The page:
Security researchers have found an Android banking malware masquerading as an email app that targets several large German banks. This banking malware is designed to steal login credentials from 15 different mobile banking apps for German banks. It also has the ability to resist anti-virus mobile apps, as well as hinder 30 different anti-virus programs and prevent them from launching.
Commenting on this, Don Duncan, security engineer at NuData Security , said “In the Android world, device administrator access comes with a lot of benefits. It’s this level of access that allows malware access and control over a device pretending to be you. A BYOD (bring your own device) that you’ve purchased and use has now become the vehicle for others to collect not only your personal information, but corporate data as well.
This is one challenge with device authentication, as it assumes that the person with the device and the information on the device represents a living and breathing user. Device authentication is a carry-over from the personal computing era which doesn’t map well to the new mobile world. Users have multiple devices in various forms, and it’s important in this age of IoT (Internet of Things) to determine if there is a real user behind the device or if it’s an impersonator. For example; I may be driving the car, but that doesn’t mean it’s my name on the insurance slip in the glove box.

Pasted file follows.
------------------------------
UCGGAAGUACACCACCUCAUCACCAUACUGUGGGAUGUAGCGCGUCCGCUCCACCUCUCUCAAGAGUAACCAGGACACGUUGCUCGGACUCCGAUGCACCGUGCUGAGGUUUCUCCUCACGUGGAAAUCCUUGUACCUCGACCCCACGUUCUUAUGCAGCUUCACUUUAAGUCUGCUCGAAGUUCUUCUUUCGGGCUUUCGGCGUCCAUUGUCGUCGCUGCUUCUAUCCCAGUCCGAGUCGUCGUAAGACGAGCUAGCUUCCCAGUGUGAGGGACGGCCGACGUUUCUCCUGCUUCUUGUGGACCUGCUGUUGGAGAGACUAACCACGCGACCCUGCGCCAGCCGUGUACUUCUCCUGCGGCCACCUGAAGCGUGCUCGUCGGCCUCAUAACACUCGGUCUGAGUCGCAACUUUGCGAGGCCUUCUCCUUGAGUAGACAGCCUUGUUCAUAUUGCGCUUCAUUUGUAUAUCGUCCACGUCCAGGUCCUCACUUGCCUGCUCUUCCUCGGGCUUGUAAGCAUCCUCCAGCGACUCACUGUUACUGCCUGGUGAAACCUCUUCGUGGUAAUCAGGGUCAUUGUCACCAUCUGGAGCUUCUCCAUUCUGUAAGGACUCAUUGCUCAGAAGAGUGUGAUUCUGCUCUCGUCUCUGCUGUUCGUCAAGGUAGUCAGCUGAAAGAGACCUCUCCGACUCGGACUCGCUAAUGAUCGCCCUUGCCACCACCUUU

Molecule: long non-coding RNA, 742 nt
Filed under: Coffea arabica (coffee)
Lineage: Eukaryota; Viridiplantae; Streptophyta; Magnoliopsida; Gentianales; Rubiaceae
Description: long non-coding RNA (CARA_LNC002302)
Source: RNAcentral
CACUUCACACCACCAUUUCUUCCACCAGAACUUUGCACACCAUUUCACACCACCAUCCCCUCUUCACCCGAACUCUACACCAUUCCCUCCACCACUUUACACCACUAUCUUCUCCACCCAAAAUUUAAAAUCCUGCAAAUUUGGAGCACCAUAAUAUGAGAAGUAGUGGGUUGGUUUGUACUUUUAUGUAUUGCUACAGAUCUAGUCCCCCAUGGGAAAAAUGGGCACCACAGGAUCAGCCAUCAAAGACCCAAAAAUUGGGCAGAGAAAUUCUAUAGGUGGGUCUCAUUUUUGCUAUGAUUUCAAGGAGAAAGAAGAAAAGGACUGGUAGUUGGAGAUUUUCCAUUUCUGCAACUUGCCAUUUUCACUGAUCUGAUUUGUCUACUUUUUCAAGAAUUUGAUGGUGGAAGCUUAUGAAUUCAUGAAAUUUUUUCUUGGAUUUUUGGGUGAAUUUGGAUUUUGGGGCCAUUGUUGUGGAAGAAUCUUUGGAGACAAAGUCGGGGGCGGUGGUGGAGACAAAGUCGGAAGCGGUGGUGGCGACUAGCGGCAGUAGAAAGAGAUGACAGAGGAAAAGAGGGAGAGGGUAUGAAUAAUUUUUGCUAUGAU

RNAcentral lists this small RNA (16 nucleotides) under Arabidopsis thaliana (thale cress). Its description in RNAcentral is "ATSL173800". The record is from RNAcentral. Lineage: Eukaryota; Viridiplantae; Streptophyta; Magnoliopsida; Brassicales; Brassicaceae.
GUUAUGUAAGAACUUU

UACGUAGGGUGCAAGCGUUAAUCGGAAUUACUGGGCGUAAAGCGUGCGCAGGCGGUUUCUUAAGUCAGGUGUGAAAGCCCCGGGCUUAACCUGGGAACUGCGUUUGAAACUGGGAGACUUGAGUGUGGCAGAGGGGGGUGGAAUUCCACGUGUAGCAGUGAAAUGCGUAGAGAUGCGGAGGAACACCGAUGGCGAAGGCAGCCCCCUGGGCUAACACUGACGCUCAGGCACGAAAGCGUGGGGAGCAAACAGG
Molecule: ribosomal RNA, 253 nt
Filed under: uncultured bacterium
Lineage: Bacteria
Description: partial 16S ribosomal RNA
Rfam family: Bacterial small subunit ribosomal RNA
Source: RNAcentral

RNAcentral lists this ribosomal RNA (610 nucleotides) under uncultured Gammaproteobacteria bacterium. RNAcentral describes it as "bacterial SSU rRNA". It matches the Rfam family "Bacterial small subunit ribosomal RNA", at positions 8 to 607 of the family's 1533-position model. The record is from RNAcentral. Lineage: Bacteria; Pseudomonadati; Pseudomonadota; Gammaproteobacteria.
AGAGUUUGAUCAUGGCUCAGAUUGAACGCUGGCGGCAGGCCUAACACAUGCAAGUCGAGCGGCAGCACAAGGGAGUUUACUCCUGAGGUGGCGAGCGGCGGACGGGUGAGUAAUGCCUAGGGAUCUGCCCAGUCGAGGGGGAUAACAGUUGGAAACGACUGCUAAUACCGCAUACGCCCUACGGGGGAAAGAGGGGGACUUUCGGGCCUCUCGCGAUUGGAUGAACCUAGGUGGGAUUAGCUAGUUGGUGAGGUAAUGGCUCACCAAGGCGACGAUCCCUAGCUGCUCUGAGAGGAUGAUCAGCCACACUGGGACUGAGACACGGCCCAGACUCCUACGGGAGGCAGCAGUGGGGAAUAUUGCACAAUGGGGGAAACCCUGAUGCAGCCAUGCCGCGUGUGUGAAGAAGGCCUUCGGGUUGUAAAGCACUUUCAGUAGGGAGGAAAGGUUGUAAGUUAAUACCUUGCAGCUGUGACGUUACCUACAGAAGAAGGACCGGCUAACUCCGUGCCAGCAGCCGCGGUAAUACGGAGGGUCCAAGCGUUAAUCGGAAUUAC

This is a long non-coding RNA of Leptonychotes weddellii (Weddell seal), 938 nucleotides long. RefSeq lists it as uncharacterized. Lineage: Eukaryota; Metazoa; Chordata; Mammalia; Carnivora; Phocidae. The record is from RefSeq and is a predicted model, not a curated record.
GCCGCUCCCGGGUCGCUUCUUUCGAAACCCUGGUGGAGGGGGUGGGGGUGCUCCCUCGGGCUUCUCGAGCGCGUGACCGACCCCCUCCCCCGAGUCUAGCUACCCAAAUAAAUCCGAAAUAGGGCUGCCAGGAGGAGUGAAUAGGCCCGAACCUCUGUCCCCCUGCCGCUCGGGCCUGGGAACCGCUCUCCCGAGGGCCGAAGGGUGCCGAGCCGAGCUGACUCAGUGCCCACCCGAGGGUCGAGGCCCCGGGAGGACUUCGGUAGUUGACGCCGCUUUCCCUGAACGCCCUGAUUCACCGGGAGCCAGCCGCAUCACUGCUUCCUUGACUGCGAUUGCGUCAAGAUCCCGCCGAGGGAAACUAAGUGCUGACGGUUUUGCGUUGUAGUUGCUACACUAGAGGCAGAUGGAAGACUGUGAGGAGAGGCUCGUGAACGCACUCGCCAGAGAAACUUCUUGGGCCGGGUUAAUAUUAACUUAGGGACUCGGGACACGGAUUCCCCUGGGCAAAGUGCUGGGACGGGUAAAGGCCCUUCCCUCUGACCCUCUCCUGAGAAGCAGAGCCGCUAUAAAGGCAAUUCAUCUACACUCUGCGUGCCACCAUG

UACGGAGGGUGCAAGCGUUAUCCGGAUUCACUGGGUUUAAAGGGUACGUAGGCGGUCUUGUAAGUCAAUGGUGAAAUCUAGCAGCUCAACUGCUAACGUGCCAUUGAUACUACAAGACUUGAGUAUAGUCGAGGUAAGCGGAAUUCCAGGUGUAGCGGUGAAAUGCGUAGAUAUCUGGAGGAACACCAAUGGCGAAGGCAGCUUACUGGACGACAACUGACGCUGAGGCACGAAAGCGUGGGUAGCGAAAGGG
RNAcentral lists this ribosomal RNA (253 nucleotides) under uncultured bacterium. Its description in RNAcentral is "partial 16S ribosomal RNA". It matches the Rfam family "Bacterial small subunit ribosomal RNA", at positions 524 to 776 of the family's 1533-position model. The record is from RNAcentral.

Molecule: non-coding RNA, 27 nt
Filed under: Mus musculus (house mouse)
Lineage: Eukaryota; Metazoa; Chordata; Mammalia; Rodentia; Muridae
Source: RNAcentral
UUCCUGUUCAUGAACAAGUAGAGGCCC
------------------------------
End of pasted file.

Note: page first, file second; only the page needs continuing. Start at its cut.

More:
The use of passive behavioural biometrics allows another level of authentication without introducing frustration into the user’s mobile experience. The use of passive behavioural biometrics during the user engagement is not only with the device, but the mobile application, and addresses many of the gaps in the existing mobile user authentication process making exploits like this much easier to spot. This is true when the device is being impersonated, as with this malware, or when the data is farmed via the intercepted SMS messages and later used for identity crimes. Because passive biometrics and behavioural analytics can detect if it’s the real human user interacting with the device, it can detect this type of impersonation in real-time. Placement examples are at user login, initiating a transaction, credit applications, money movement, account changes, or opening new accounts. This enables FI’s to make good risk decisioning at any of these stages because they have a fuller and more accurate understanding of the risk each customer or “customer” presents.”